Christian Vieri was a wonderful player for club and country, and he has the stats to prove it. Yet bizarrely this is a man remembered more for what he didn’t do than what he did.
The debate around underappreciated footballers is full of complexities.
Barely a day goes by without a debate on social media about the most underrated players in a certain league, while top-level clubs regularly honour club legends later in their life in a way few did during their actual playing careers.
When Guardian journalist Sachin Nakrani asked Twitter for players they enjoyed watching in their respective childhoods but who younger generations don’t appreciate fully, among the hundreds of answers were top defensive-minded players, set off by the initial suggestion of Marcel Desailly.
However, there was another name I was keeping in reserve: a man whose style of play and personal achievements point towards inevitable and enduring appreciation, but whose name rarely appears in such conversations.
That man is Christian Vieri.
That man did this, and a whole lot more.
Unlike plenty of his peers, a mere glance at Vieri’s stats paints a picture of a man who was rightly considered among the world’s best in his prime.
Similarly, any appearance of the Italian in the public eye these days has people falling over themselves to recall how talented he was in front of goal.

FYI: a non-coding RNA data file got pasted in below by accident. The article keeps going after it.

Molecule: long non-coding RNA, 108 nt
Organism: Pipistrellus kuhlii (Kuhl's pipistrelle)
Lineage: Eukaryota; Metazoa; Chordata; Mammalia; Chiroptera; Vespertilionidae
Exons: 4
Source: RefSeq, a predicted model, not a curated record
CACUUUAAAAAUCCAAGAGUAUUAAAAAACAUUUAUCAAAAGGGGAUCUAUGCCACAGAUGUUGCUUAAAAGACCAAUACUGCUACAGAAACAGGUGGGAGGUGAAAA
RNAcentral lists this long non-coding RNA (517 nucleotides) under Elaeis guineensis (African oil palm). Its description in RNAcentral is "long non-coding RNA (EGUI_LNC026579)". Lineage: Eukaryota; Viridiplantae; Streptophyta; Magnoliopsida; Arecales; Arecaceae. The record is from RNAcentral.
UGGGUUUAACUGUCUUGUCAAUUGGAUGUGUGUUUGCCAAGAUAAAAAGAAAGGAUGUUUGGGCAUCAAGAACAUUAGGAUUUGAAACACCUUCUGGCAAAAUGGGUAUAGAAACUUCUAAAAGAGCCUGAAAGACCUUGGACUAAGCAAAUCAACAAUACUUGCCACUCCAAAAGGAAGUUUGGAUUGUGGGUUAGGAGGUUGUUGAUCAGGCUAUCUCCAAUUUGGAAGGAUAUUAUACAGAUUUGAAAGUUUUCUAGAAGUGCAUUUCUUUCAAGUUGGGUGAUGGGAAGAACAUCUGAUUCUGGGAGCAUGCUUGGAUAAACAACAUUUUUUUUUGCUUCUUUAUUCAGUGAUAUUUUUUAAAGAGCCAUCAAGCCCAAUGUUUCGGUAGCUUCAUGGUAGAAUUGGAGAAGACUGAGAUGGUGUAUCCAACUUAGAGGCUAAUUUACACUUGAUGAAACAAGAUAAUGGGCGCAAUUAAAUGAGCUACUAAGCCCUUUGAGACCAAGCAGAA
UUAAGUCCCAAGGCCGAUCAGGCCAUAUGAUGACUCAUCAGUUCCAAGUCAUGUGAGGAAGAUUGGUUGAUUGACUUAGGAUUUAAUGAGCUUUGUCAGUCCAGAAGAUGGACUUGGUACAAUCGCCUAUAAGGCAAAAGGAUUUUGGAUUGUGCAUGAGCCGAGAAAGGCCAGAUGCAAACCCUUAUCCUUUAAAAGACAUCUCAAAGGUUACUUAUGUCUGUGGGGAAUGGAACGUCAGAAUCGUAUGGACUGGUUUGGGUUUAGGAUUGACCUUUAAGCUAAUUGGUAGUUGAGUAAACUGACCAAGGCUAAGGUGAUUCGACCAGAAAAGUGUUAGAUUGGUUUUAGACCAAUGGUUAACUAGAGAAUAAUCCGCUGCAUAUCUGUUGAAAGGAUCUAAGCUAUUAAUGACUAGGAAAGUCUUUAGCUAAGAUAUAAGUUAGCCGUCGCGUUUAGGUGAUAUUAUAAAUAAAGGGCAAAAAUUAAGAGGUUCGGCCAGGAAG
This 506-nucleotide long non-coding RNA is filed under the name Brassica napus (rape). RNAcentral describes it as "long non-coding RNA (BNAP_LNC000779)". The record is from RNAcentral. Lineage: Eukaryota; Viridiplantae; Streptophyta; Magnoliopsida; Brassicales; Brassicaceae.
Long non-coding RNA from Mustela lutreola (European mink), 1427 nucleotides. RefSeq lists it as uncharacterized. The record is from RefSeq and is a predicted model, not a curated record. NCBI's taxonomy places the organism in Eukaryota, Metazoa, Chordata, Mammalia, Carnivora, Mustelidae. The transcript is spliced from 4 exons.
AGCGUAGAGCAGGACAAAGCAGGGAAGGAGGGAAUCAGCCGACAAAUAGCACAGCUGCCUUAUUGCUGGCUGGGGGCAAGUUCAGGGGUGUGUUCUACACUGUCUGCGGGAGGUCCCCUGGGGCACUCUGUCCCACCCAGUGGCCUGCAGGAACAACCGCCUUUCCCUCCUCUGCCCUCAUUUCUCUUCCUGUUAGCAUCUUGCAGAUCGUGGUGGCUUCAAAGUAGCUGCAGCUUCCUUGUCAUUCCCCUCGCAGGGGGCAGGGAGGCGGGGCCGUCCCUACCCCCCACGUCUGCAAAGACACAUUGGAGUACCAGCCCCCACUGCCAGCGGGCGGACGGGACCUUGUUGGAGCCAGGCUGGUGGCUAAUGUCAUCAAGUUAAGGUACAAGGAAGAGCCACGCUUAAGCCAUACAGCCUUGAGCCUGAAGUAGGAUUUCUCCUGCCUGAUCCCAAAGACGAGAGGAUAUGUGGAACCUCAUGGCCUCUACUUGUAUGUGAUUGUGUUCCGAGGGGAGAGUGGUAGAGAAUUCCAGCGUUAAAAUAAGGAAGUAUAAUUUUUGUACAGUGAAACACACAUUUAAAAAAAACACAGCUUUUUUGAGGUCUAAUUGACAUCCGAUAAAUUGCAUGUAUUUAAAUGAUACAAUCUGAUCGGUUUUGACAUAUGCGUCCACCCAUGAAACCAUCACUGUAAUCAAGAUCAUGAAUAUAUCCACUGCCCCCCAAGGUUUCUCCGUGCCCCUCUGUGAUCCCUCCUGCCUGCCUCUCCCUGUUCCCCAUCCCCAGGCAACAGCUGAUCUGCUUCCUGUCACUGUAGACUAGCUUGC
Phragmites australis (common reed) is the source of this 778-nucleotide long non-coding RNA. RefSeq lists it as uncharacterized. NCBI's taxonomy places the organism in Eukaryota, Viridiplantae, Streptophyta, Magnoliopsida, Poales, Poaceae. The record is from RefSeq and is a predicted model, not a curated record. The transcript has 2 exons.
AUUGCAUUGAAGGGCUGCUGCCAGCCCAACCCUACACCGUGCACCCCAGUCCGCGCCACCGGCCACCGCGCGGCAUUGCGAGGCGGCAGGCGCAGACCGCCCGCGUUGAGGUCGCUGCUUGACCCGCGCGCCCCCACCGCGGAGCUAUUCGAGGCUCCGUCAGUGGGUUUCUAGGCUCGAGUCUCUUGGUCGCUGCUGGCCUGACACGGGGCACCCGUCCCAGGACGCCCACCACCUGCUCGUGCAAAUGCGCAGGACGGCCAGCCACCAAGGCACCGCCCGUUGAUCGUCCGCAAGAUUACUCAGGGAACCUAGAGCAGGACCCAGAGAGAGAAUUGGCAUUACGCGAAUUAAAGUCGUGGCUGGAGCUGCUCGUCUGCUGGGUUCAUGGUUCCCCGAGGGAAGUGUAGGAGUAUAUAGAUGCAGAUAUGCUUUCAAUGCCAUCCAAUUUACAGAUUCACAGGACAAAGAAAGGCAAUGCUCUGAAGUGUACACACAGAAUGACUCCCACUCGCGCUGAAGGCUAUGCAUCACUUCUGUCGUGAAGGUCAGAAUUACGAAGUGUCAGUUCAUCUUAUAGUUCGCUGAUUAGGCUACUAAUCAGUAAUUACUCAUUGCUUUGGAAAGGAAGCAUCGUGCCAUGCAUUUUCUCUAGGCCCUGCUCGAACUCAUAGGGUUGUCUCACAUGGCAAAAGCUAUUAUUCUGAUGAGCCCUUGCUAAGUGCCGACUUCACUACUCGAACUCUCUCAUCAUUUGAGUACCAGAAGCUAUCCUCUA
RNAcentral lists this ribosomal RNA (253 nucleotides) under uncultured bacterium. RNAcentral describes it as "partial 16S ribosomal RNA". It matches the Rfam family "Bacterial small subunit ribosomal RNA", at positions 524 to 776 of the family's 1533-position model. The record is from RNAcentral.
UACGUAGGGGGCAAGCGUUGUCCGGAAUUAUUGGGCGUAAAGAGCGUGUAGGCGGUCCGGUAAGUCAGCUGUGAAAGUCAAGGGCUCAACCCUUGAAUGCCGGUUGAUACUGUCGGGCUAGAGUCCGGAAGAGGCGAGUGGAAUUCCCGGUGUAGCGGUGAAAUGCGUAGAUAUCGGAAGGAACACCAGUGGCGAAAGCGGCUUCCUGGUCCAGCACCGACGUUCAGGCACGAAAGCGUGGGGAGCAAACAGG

However, discussions of Christian Vieri’s greatness only seem to show up in conversations about Christian Vieri, rather than conversations about greatness – at least in the English-speaking world.
So then, let’s start with the numbers:
In his prime, Vieri hit double figures in eight straight seasons in Spain and Italy, including a better than one-per-game return during a 2002-03 Serie A season where no team – let me repeat that, no team – averaged even two goals per game.
That was off the back of the previous season, where the league was similarly subdued in front of goal and yet he scored more than a third of Inter’s 62 goals.
And they were varied goals, too, from towering headers to long-range blasts, with almost everything in between.
Take this, for example, a blend of strength, awareness and precision that really ought to be talked about a lot more.
His 24 goals in 24 La Liga games in his only Atlético Madrid season, meanwhile, is a higher tally than Fernando Torres, Sergio Agüero or Antoine Griezmann have ever managed in league action for the club.
He must have been unable to do it at international level, you’re thinking. Well, not quite.
Vieri has a good-but-not-great 23 international goals to his name, but nine of those 23 came in World Cup games.
No Italian has scored more, and the two who can match him – Paolo Rossi and Roberto Baggio – had far more games than Vieri’s nine in which to reach the magic total.
However, unlike Rossi, he doesn’t have a World Cup winner’s medal to his name, and he can’t even match Baggio’s run to a final. Instead, for some Italian fans, he’ll be best remembered for a miss which denied the Azzurri a run at just that.